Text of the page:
Energy Heating, LLC v. Heat On-The-Fly, LLC, No. 20-2038 (Fed. Cir. 2021)

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Justia Opinion Summary

The district court found HOTF’s patent, which relates to a “method and apparatus for the continuous preparation of heated water flow for use in hydraulic fracturing” (fracking), unenforceable due to inequitable conduct. The court found by clear and convincing evidence that the patent would not have been issued but for HOTF’s deliberate decision to withhold information from the Patent Office information about substantial on-sale and public uses of the claimed invention before the patent’s critical date, and that it withheld with an intent to deceive. The jury found that HOTF tortiously interfered with Energy’s business when it represented in bad faith that it held a valid patent. The court denied attorneys’ fees under 35 U.S.C. 285. The Federal Circuit remanded on that issue alone.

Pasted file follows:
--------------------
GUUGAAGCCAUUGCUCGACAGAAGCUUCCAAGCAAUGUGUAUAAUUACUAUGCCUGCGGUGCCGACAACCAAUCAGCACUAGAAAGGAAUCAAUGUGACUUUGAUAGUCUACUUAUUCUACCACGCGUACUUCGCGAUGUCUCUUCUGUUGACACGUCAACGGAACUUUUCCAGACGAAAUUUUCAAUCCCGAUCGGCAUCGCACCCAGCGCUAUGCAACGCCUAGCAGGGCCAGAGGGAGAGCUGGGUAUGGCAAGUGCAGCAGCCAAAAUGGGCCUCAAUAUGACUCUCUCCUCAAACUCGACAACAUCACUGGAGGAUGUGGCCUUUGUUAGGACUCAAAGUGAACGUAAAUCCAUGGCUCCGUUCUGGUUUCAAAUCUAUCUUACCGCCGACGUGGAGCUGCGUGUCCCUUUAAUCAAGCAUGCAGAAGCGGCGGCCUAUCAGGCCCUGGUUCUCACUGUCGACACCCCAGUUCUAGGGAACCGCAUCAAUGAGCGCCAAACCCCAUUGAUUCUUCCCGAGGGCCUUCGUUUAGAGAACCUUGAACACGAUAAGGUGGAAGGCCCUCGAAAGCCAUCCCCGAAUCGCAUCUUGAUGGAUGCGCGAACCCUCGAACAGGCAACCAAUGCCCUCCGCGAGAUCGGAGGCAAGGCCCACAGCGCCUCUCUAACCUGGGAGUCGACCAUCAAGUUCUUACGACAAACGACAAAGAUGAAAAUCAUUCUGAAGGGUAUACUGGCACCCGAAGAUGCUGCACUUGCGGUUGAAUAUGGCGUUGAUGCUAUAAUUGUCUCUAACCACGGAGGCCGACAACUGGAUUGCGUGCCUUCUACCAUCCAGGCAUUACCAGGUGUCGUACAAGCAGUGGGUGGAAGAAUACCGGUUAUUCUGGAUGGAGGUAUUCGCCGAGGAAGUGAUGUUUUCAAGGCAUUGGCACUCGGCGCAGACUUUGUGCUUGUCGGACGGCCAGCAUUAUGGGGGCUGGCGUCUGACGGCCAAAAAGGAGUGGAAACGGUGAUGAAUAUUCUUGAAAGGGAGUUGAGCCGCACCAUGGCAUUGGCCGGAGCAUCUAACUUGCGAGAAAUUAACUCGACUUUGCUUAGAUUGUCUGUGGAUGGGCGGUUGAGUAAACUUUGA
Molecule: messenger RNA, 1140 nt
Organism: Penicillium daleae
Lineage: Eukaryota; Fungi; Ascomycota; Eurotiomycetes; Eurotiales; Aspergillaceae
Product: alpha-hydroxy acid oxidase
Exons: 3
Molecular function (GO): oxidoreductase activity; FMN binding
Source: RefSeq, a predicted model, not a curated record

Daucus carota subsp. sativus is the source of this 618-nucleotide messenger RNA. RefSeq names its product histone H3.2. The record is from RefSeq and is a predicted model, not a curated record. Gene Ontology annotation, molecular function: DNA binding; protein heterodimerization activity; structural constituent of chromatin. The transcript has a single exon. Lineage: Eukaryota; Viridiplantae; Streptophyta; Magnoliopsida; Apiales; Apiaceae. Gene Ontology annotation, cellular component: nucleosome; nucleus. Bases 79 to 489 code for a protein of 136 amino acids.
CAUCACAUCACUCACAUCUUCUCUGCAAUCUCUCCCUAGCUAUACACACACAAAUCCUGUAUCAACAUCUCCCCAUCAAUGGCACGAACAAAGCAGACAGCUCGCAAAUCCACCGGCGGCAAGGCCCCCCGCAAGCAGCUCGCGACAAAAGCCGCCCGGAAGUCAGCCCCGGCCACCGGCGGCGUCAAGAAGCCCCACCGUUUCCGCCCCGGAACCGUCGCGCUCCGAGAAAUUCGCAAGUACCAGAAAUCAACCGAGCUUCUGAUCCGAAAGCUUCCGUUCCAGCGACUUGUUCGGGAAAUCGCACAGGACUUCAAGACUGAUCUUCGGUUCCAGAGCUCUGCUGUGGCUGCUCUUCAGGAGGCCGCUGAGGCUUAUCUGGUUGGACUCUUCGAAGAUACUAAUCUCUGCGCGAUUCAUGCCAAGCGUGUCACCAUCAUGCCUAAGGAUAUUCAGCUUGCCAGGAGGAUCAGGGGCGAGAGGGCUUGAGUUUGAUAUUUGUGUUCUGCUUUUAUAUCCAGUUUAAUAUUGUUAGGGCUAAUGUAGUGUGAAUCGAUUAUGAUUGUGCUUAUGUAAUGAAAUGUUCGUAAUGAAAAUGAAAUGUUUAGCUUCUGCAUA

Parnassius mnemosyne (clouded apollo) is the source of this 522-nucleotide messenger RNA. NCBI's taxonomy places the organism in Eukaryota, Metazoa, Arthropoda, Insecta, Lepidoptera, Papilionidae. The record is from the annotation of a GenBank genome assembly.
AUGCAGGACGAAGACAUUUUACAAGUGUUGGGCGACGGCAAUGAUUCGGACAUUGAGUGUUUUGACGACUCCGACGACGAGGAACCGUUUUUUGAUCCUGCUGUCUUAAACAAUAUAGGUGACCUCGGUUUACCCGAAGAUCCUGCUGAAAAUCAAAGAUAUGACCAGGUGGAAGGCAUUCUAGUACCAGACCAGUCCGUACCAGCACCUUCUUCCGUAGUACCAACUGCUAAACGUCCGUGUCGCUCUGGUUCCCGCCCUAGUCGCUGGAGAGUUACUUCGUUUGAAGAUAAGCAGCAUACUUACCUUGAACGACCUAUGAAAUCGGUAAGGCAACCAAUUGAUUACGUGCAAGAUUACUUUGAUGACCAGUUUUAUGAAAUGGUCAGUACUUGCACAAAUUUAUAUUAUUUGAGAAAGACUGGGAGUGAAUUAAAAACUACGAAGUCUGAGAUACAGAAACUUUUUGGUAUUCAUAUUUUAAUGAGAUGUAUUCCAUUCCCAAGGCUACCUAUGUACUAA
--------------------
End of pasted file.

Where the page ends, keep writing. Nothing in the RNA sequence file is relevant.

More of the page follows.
On remand, the district court found the case to be exceptional and awarded attorneys’ fees. The Federal Circuit affirmed, citing findings that “HOTF litigated the case in an unreasonable manner by persisting in its positions,” that “[t]he number of undisclosed prior sales and the amounts HOTF received from those prior sales constitute affirmative egregious conduct” and that HOTF “pursued claims of infringement without any apparent attempt to minimize litigation costs” “despite [its] knowledge that its patent was invalid.”